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Nursing Home Profits While Residents Suffer

Governor Gavin Newsom set ambitious climate change mitigation goals on [Wednesday]. As part of an executive order, policymakers must come up with a plan to preserve roughly a third of the state’s land and coastal waters by 2030. Newsom says the goal is to bring farmers, landowners and conservationists to work together. He says the plan would make California the first state in the nation to try such a plan. “We're incentivizing the kind of behavior that I think resides in each and every farmer and rancher. That’s a desire to leave a legacy.” The order directs the state’s Natural Resources Agency to come up with an initiative by 2022. Said initiative must have a plan to take carbon out of the air and put it into farm soil and other landscapes. Newsom says he also wants to thin forests to reduce wildfire risk, restore bee populations and wetlands. The state of California is introducing a new way to measure progress in fighting the coronavirus. It's called the "health equity metric.” County public health officer Wooten says the idea is to decrease the disparities in health among people in wealthier neighborhoods versus those in more economically challenged areas. She says health equity is based on a number of factors. "These areas include economics, education, transportation, social factors, neighborhood or environmental factors as well as housing conditions." The metric can only be used to move the county to a lower, less restrictive tier. For now, the county remains in the red tier…we’d still have to see less coronavirus cases per 100-thousand people to move into the next less restrictive tier. For months now, food pantries have relied on a federal government sponsored food box program to deliver food to needy families. But the latest boxes included a letter on White House stationery, in English and Spanish, from President Trump. Now two of California's largest school districts are removing those letters from grocery boxes. San Diego Unified says they're doing it because the letter downplays mask-wearing to prevent COVID-19. It only asks people to consider wearing face coverings in public. SD Unified board president John Lee Evens says that’s misleading and potentially deadly. “We felt this was really giving misinformation from what needs to be done in terms of protecting citizens from covid-19 so they are being removed from the lunches.” (:10) Face coverings are mandated in California and in San Diego Unified. Los Angeles Unified is also pulling the letters. Its superintendent says they may violate a federal law prohibiting elected officials from certain political activities. Last night the Padres lost again to the LA Dodgers 5-6. Padres are down two games in the best of five National League Division series. It’s Thursday, October 8th. This is San Diego News Matters from KPBS News...a daily morning news podcast powered by everyone in the KPBS Newsroom. I’m Anica Colbert. Stay with me for more of the local news you need to start your day. A staff member in Governor Gavin Newsom's office has tested positive for the coronavirus. Capital Public Radio's Nick Miller has more. The governor's office learned of the positive test earlier this week. A spokesperson says it is following state guidelines, including working on contact-tracing with the Department of Public Health. The employee is quarantining, and the governor's office says this person did not interact with Newsom or his immediate colleagues. There was also a separate incident of a state employee at a different workspace having COVID, and this staffer did work near the Governor's Office team members. Newsom's office learned of this case on Monday. The staffer did not come in contact with colleagues who work with the governor. Mask are mandatory in the governor's office, and many workers are either off-site or attending meetings via video conference. In Sacramento, I'm Nick Miller California is observing clean air day at a time when San Diego's air quality remains among the worst in the nation when ranked by ozone pollution. KPBS’ Erik Anderson reports. San Diego air quality is ranked the six dirtiest in the nation when it comes to ozone pollution. Ozone is a key component in the creation of smog. County supervisor Nathan Fletcher sits on the state's air resources board. He says the impact of pollution depends on where people live. "A child in Barrio Logan is eight times more likely to have asthma than a child in La Jolla. And that is morally wrong. I think we can all agree that no one's child should be that much more likely to develop asthma. We know it leads to respiratory and heart ailments and know from a study out of Harvard University that you're much more likely to die of COVID, a respiratory illness, if you live in one of these communities with higher levels of pollution." Fletcher praises the call to stop selling gas powered vehicles by 2035. He also says the local transit agency is helping by getting rid of its diesel powered busses. Erik Anderson KPBS News San Diego scientists have discovered that calorie-restricted diets could be successful for an unexpected reason: a reduction in body temperature. KPBS science and technology reporter Shalina Chatlani says scientists think the discovery could be used for life-prolonging drugs. Previous studies have shown that calorie restriction can have life-prolonging benefits by delaying age-related diseases like cancer. That's because calorie restriction also causes a reduction in body temperature. With less food, the body adapts and tries to use less energy. Scripps Research biologist Bruno Conti wanted to see just how much body temperature mattered. So, he studied one group of calorie-restricted mice that was kept at normal temperature and another group that was put in a hotter area, where they couldn't reduce their body temperature. CONTI: We found out that actually between 40 and 70 per cent of the changes that occur during calorie restriction are actually due not to the reduction of nutrients, but to the reduction of temperature itself. Conti suggests scientists could produce a drug that could mimic the effects of reduced temperature in the body to get the same effects as dieting. Conti warns that no one should try to reduce their body temperature. Shalina Chatlani, KPBS news. Do they have the money to do better? That’s a key question hanging over the tragically high number of Covid-19 deaths at nursing homes. KPBS Investigative Reporter Amita Sharma reviewed the finances of a local nursing home with a poor care record. SHe has this report. Old photos of Irma Easton show a young dark-haired, luminescent beauty whose life brimmed with promise. Decades later, her life ended June 8 when paramedics failed to revive the 66-year-old after she choked on powdered doughnuts in her room at Avocado Post Acute in El Cajon. "She didn't have to die this way. There are trained medical staff there. What are they doing? Easton's daughter Beatriz Barrios says an Avocado nurse had given Easton a pack of the doughnuts...then left her alone to eat them....despite the fact that Easton was a diabetic and needed her food mechanically softened due to a swallowing disorder and a history of choking. …."Obviously, they're not providing proper care." Delivering proper care has been a challenge at Avocado. KPBS reviewed Avocado's financial reports, with the help of lawyer Ernie Tosh. He is a nationally recognized expert on nursing home finances. We found the for-profit facility has failed in recent years to provide the level of nursing care expected by regulators. The regulators -- the Centers for Medicare & Medicaid Services -- published the expected level of staffing and reimbursed Avocado based on the needs of the facility's residents. Yet in 2018, the records show Avocado shortchanged its residents 184 hours of registered nursing care per day. Tosh 1…."And they're not making it up tomorrow or the next day. It is never going to be made up." Tosh found the 2018 registered nursing care deficit at Avocado was part of a pattern. Avocado shorted its residents more than 170 hours in registered nursing care per day in both 2016 and 2017. Avocado's lawyer Jon Cohn argued in a written statement that the facility's staffing ratios of registered nurses were in line with California and national averages. But he never addressed why they weren't in line with what federal regulators expected. Tosh says CMS's expected RN staffing levels were meant to ensure that residents received the care they needed. Ernie Tosh Part 1 "The RNs are the front line top medical providers in the facility. When you don't have them there, you don't have anybody that can assess the patient, that can determine if they're developing an infection, et cetera. It just goes on and on and on and on. If you don't have RN's, your health care system breaks down in a nursing home." Avocado's complaint history shows that the facility might have systemic problems. From 2017 through Oct. 5 of this year, 462 complaints were filed against the nursing home, according to the California Department of Public Health. Fifty-six of those complaints were filed this year alone, four times the statewide average. Cohn, Avocado's lawyer, said many of those complaints were self reported. He added that given the large size of the 256-bed facility compared to other nursing homes, "it logically follows that it will have more incidents to report." But nursing home reform advocates say complaints against Avocado are still high even when factoring size. Over the years, inspectors have cited Avocado for lax infection control, abuse of residents, falsifying records and failing to keep the place free of hazards. Avocado has also had the second highest number of residents who tested positive for COVID-19 among nursing homes in San Diego County. (Brian Lee Part 1) "The core issue is that there's inadequate staffing in this facility." Brian Lee is executive director of the Texas-based nonprofit Families for Better Care. "The residents end up suffering." By understaffing registered nurses, Tosh calculated that Avocado has saved $1 million or more annually from 2016 through 2018. Yet, Avocado has brought in more than $3 million dollars in profits in both 2017 and 2018. TOSH 2 "Clearly, when you're making three to three-and-a-half million dollars in profit, you could staff properly.This is not a facility that can stand up and say, `We didn't have the money to do it.'" Meanwhile, the California Department of Public Health investigated Irma Easton's choking death and told her daughter Beatriz Berrios that Avocado was not at fault. Berrios doesn't understand that conclusion. Beatriz Part 2 "They let her die there. They didn't help her in the moment that she needed most. She died in the most painful, horrible way that I can imagine that she would die." Amita Sharma, KPBS News. Coming up on the podcast…..taking a quick break from the news...KPBS’ Arts Editor Julia DIxon-Evans has five tracks from local bands to get you through October. With touring on pause and no bands coming to town, it's nice to know that local bands are still releasing new music. KPBS Arts Editor Julia Dixon-Evans sat down with KPBS Midday Edition Host Mauren Cavanaugh to talk about five tracks from bands in the San Diego and Tijuana region...and the one that got away. Here’s that interview... 5SONGS 8:00 First up is a solo work from an artist you may have heard of from the redwoods music band, Danny bill and the Taranto. Just what has Danny bell come up with on her own? Well, she's been working on some new solo work and just dropped a single, got hue. It's a quick ramp, just two and a half minutes that her vocals are hypnotic and delightful. And the track has a hopeful romance to it. Yeah, Speaker 2: 01:15 [inaudible] Speaker 1: 01:19 Was got you a new single by Danny bell. And if you want more from Danny, she just performed at the Casbah alongside low volts. This past weekend, the venue is empty, but it streamed live from Twitch. I've been really loving these shows and you can watch the saved videos still on their Twitch channel. And next, we have a track from emerging act Ingo noir from a benefit compilation. So tell us about alien boy. Yeah. So I've mentioned this compilation before it's by Craig Oliver's Volare records. It's called presence, not absence, a benefit with proceeds going to SD queer black housing and a few other regional organizations, but local RNB duo in Guidewire offered two tracks, including the summers alien boy Speaker 2: 02:44 [inaudible] Speaker 1: 02:46 Alien boy by England wire. Those vocal layers are really impressive and I love their production. It's both sparkling and raw, and the track feels somewhere between a love song and a surrender. It's really devastating song craning. That's kind of toe-tapping at the same time and the full compilations worth of listen. So check out all our records band camp. I also really love the take on Dylan's ballad of Hollis Brown by Cody Blanchard of Shannon and the clams. Okay. So moving on, she a born a Vanessa Samora has a new single let's have a listen to ya. Speaker 1: 04:00 So that's air five, Vanessa Zamora, I air translates to yesterday and Zamora has a really unique mix of indie folk pop and RNB. And this track has it all. And I air is packed with longing regret and desire, and it's the third single she put out in 2020. So I'm watching out for a bigger release from her on the horizon. Next up is local band strange ages. The album cover on this on said piano music is very 2020 and abandoned piano in the Bay. And the band standing around it wearing masks. Is this a quarantine themed album in some ways, very much. It's a four song EAP and was conceived, written and recorded entirely during the pandemic, mostly at home, but they also drew upon everything else going on protests and injustice and how everyone's basically living on social media strain. Gauges is a guitar free indie band really and chanting and lyrically rich music. My favorite tracks, the albums closer your last day. It's a slow burn waltzing its way through the modern day. Speaker 2: 05:40 [inaudible] Speaker 1: 05:41 That was your last day by strange ages. And I should add that new new pianos were harmed by the band, a local piano repairment caught wind. That one was already unfortunately dumped in the base. So word spread and strange ages sees the opportunity as far time capsules go. It's pretty spot on. That's great. And finally, we have a new album from cults called host, but even though this is a New York band, apparently it has some San Diego roots. Yeah. Colts, Madeline fallen. And Brian oblivion were both raised in San Diego, but form the band after they moved to New York. And it's been almost a decade since they skyrocketed to fame with their first album, after an iTunes commercial featured go outside, which is kind of an ear worm and the new full length released a few weeks ago. It's really nice addition to their catalog. Lots of synth tinge, pop seventies aesthetic, and a really good dose of darkness. Let's listen to the opening Chak trials. Speaker 2: 07:06 [inaudible] Speaker 1: 07:09 That's trials by cults. It has this deceivingly cheery and timeless tune, but also feels kind of detached and resigned. A little heartbreaking. I personally really love a good, upbeat, sad song. You can find a playlist of these or follow KPBS on Spotify. And we'd love to hear what you're listening to tell us in the KPBS art Facebook crew. I've been speaking with KPBS arts editor and producer Julia Dixon Evans. Thank you, Julia. Thanks Maureen. That was KPBS Arts Editor, Julia Dixon-Evans speaking with KPBS Midday Edition Host Maureen Cavanaugh. You can find a playlist of these songs at kpbs dot org or follow KPBS on Spotify. And we'd love to hear what you're listening to -- tell us in the KPBS/Arts Facebook Group. That’s it for the podcast today, thanks for listening and have a great day.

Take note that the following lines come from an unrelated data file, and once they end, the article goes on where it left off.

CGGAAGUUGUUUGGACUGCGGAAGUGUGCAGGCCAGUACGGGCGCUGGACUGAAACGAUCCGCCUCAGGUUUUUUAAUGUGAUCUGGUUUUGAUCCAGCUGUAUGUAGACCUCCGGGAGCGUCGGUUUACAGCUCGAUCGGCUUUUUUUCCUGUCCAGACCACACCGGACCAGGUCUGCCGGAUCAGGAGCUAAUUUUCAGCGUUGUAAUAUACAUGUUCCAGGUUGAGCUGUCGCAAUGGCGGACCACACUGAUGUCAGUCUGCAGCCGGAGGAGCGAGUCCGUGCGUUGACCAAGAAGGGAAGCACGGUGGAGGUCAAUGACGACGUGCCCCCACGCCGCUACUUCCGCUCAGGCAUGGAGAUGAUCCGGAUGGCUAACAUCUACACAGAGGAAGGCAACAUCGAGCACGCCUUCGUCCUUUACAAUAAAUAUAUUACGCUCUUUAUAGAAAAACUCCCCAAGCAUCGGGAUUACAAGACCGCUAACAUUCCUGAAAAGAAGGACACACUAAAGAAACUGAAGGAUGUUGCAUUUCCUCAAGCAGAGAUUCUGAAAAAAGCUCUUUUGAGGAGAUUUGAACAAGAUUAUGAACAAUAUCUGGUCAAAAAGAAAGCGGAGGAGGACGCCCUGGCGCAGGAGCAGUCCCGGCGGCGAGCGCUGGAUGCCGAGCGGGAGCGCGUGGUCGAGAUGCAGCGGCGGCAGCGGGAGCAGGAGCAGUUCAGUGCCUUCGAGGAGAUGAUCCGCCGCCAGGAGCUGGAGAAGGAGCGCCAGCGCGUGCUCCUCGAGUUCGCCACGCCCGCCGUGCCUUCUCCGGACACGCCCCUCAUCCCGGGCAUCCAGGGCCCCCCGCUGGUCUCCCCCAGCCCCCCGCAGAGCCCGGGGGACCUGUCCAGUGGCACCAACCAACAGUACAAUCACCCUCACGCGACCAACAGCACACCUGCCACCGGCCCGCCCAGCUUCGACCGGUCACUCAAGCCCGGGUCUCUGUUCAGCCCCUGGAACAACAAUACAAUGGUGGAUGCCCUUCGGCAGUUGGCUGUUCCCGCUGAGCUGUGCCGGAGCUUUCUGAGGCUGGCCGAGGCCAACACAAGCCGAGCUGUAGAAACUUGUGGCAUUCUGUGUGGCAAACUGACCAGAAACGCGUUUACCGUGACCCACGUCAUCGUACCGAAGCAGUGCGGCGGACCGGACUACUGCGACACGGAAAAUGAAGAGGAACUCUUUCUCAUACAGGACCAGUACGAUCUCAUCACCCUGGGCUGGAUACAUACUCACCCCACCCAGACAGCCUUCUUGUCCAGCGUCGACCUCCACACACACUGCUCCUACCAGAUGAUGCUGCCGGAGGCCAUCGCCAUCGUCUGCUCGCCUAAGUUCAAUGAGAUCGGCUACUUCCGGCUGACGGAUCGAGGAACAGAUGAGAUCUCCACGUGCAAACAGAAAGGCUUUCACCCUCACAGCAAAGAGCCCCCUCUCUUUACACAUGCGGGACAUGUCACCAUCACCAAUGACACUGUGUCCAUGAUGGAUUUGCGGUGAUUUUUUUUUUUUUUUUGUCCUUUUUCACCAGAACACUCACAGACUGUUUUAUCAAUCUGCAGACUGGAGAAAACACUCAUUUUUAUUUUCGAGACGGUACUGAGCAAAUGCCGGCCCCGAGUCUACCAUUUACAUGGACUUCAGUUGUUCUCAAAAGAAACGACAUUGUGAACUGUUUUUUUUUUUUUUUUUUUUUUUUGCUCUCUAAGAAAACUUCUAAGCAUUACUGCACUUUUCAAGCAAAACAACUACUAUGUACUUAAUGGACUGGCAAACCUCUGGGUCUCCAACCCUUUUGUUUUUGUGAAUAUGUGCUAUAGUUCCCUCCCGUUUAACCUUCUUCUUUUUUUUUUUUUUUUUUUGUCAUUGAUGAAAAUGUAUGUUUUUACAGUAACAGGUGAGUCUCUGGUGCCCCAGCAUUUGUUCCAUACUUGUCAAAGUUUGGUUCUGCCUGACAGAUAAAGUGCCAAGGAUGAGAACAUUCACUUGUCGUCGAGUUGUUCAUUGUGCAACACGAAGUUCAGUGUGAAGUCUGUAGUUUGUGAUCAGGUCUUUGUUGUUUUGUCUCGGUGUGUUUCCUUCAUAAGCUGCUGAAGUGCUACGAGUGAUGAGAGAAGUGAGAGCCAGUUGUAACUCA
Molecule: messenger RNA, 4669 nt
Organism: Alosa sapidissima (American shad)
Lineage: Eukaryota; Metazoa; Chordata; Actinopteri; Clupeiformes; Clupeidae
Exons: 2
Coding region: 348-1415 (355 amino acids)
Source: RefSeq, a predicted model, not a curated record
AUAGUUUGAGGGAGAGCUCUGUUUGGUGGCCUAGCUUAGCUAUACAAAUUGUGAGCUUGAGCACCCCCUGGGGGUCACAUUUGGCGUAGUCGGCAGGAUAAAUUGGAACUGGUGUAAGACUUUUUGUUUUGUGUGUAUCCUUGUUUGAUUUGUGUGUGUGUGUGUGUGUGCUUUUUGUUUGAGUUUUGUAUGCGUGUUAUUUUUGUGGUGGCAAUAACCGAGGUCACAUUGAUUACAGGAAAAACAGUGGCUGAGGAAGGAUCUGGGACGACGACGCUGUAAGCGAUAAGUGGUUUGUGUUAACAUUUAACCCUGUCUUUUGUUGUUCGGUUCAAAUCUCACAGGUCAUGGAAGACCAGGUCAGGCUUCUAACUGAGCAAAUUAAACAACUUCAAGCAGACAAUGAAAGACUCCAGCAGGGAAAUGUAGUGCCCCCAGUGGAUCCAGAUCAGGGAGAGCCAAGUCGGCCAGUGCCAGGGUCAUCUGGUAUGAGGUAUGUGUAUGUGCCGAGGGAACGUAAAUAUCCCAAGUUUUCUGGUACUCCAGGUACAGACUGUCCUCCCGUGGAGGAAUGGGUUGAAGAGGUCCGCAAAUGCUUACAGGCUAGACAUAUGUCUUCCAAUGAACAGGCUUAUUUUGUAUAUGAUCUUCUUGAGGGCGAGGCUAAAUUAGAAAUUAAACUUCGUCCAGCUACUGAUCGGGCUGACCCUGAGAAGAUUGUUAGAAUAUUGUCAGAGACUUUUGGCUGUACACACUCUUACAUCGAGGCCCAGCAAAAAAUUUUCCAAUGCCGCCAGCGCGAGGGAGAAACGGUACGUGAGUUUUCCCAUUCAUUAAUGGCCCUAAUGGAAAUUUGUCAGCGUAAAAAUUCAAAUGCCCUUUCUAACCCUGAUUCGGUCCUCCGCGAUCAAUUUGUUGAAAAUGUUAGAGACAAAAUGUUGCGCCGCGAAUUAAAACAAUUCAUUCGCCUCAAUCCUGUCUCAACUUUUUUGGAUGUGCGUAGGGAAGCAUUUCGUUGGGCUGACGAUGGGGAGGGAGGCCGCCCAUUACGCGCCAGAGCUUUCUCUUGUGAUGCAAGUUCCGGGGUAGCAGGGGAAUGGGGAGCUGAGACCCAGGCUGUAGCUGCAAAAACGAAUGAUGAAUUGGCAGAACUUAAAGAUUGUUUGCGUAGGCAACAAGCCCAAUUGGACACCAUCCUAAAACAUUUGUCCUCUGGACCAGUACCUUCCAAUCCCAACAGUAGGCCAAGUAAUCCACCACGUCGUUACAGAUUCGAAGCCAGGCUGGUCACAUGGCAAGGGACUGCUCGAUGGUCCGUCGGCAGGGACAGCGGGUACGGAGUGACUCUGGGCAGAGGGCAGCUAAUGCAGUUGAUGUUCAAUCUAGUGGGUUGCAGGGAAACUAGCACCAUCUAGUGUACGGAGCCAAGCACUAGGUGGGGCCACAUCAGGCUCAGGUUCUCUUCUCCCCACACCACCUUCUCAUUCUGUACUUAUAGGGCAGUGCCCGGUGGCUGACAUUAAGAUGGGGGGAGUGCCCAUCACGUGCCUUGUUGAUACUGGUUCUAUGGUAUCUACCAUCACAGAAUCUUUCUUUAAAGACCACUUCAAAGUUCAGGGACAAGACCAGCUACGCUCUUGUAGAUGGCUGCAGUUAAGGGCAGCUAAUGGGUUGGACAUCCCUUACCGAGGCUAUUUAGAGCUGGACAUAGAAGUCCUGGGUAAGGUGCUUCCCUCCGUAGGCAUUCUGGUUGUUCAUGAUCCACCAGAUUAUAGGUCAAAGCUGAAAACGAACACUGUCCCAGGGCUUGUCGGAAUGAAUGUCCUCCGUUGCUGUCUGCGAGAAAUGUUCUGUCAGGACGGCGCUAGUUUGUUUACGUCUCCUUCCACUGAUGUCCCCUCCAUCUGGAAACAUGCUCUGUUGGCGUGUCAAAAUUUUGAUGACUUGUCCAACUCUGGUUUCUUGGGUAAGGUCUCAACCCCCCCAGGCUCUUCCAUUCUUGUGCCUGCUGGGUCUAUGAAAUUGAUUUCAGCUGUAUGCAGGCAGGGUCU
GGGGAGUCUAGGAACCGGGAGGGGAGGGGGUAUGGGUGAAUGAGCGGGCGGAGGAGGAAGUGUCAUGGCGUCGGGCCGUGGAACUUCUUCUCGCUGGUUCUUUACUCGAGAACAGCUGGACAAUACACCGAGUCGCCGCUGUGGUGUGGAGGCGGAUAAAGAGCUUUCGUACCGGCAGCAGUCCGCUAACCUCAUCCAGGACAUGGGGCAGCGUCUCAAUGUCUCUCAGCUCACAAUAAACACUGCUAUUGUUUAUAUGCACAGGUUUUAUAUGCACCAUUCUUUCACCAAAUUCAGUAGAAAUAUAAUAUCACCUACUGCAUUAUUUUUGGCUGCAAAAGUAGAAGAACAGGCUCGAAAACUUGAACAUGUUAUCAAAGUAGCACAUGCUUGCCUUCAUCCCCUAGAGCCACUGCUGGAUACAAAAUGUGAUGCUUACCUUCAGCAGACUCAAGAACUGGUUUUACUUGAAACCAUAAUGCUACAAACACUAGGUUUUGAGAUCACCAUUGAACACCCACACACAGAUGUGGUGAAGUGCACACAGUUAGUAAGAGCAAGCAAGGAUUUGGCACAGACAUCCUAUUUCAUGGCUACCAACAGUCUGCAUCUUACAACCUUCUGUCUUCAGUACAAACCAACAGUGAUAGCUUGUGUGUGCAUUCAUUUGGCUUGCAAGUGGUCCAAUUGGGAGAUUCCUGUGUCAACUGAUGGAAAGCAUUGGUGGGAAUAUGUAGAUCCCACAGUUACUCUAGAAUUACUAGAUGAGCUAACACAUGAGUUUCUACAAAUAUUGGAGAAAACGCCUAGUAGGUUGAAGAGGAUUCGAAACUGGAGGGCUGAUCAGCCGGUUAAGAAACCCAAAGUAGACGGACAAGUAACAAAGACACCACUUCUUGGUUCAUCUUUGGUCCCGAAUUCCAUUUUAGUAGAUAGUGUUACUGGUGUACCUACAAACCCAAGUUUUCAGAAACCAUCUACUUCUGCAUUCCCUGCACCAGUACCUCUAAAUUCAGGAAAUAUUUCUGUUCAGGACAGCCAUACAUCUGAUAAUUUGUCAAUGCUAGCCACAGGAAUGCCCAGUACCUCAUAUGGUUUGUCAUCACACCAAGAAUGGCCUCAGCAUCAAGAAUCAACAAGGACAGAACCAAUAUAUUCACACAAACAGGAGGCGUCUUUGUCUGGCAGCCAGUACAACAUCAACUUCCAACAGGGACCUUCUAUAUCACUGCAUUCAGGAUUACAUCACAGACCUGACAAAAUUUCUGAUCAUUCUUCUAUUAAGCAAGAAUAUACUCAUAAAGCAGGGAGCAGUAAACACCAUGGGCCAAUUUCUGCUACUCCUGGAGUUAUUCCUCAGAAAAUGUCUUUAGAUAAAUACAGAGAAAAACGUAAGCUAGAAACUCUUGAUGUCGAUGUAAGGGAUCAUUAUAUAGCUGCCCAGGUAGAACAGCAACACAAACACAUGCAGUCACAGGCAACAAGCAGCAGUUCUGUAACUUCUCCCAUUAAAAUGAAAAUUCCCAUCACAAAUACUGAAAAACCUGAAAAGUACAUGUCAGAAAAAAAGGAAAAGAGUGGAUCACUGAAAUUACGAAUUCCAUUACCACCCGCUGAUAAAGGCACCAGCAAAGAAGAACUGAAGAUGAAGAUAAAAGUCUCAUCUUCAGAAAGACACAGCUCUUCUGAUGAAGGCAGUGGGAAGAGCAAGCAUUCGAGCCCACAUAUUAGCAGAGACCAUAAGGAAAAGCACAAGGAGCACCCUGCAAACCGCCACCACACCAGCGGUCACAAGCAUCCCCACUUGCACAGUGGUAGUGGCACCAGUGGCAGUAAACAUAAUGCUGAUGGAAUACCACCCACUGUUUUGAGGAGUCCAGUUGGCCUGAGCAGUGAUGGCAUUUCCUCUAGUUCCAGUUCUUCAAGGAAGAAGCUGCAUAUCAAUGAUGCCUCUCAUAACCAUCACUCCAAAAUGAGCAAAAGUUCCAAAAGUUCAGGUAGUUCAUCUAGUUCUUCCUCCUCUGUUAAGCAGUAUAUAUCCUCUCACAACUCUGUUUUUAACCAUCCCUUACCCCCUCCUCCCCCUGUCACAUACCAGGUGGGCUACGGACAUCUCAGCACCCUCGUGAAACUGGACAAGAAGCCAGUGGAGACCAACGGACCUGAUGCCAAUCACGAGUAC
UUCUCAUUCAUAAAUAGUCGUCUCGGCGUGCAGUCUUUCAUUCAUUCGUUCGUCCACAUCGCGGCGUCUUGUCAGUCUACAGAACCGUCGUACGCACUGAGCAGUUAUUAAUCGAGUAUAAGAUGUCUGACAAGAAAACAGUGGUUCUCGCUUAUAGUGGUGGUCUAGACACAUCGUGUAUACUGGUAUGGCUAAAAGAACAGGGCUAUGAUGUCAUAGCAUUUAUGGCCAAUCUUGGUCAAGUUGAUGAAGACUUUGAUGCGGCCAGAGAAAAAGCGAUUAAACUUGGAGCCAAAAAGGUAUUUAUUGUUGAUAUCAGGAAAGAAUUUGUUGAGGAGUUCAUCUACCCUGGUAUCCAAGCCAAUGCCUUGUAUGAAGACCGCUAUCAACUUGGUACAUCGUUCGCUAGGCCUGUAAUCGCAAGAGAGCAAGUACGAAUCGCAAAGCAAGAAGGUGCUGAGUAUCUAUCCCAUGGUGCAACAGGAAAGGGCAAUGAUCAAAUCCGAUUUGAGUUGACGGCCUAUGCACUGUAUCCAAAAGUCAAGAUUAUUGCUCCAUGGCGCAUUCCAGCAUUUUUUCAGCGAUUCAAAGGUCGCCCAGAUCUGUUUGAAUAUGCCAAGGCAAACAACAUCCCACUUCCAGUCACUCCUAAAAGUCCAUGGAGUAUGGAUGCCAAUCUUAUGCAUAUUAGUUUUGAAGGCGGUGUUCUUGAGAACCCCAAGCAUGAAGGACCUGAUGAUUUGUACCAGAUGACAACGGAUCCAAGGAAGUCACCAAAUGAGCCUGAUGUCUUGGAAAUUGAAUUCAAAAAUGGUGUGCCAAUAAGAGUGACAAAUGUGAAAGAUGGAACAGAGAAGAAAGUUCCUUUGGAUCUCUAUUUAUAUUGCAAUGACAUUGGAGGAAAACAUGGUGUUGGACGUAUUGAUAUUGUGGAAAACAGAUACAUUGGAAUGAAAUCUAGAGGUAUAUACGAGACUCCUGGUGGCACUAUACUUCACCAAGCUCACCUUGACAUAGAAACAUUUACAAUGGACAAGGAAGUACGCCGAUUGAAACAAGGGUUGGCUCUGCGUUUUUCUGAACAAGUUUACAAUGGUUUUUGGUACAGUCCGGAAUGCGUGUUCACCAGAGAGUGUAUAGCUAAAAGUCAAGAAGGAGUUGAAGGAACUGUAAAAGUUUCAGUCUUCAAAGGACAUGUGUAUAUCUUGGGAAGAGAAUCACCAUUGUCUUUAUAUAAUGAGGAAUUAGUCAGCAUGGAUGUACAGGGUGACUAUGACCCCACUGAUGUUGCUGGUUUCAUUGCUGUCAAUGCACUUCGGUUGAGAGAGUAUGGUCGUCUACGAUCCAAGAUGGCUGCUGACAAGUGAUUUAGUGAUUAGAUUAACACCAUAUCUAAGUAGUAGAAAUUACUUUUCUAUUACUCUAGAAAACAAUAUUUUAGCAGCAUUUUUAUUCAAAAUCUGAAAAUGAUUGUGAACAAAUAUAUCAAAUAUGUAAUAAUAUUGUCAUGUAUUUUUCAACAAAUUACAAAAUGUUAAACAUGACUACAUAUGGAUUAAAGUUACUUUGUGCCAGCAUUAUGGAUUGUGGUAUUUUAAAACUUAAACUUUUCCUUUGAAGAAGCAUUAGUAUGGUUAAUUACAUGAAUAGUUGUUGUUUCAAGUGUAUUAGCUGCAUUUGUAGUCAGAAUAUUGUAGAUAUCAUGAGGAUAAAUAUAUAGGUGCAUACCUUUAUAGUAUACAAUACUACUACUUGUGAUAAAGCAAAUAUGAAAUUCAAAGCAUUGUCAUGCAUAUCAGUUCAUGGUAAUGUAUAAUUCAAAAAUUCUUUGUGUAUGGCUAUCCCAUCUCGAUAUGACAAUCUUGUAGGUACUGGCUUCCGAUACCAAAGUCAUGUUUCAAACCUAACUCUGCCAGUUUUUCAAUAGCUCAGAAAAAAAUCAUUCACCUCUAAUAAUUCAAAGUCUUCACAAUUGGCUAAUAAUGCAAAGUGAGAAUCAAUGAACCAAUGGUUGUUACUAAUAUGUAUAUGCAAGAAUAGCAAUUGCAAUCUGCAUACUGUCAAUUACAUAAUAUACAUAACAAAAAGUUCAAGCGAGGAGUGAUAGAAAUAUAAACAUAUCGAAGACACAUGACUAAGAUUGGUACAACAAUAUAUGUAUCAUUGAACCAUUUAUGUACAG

An El Cajon nursing home provided its residents with far less care than regulators expected while reporting millions in yearly profits, according to a KPBS analysis of its finances. Plus, Governor Gavin Newsom reveals more ambitious goals to fight climate change -- meanwhile one of his staff members tests positive for COVID-19. And, the state is adding a new metric to how it calculates the Covid-19 tiers in it’s colored rating system for counties.